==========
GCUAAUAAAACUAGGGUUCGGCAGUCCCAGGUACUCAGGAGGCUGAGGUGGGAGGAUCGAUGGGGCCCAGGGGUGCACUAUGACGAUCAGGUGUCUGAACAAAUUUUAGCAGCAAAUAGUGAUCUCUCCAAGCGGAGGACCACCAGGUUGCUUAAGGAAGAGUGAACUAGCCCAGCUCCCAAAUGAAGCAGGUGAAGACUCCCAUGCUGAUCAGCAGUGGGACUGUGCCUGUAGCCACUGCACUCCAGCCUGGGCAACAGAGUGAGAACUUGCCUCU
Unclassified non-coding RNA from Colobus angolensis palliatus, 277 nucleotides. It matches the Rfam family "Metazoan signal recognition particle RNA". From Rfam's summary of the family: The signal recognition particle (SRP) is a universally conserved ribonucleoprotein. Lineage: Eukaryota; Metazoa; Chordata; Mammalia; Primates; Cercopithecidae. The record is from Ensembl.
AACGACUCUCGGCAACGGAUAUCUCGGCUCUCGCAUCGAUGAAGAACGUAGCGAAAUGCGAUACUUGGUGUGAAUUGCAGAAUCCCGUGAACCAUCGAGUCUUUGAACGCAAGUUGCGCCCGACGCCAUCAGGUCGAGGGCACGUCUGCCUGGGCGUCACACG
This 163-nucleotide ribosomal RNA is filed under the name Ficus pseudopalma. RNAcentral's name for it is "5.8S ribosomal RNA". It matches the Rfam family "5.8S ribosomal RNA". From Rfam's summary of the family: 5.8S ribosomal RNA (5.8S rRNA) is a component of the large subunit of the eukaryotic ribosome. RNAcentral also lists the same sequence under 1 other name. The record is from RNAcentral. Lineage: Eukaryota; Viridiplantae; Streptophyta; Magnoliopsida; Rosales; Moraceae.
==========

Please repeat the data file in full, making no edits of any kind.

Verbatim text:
GCUAAUAAAACUAGGGUUCGGCAGUCCCAGGUACUCAGGAGGCUGAGGUGGGAGGAUCGAUGGGGCCCAGGGGUGCACUAUGACGAUCAGGUGUCUGAACAAAUUUUAGCAGCAAAUAGUGAUCUCUCCAAGCGGAGGACCACCAGGUUGCUUAAGGAAGAGUGAACUAGCCCAGCUCCCAAAUGAAGCAGGUGAAGACUCCCAUGCUGAUCAGCAGUGGGACUGUGCCUGUAGCCACUGCACUCCAGCCUGGGCAACAGAGUGAGAACUUGCCUCU
Unclassified non-coding RNA from Colobus angolensis palliatus, 277 nucleotides. It matches the Rfam family "Metazoan signal recognition particle RNA". From Rfam's summary of the family: The signal recognition particle (SRP) is a universally conserved ribonucleoprotein. Lineage: Eukaryota; Metazoa; Chordata; Mammalia; Primates; Cercopithecidae. The record is from Ensembl.
AACGACUCUCGGCAACGGAUAUCUCGGCUCUCGCAUCGAUGAAGAACGUAGCGAAAUGCGAUACUUGGUGUGAAUUGCAGAAUCCCGUGAACCAUCGAGUCUUUGAACGCAAGUUGCGCCCGACGCCAUCAGGUCGAGGGCACGUCUGCCUGGGCGUCACACG
This 163-nucleotide ribosomal RNA is filed under the name Ficus pseudopalma. RNAcentral's name for it is "5.8S ribosomal RNA". It matches the Rfam family "5.8S ribosomal RNA". From Rfam's summary of the family: 5.8S ribosomal RNA (5.8S rRNA) is a component of the large subunit of the eukaryotic ribosome. RNAcentral also lists the same sequence under 1 other name. The record is from RNAcentral. Lineage: Eukaryota; Viridiplantae; Streptophyta; Magnoliopsida; Rosales; Moraceae.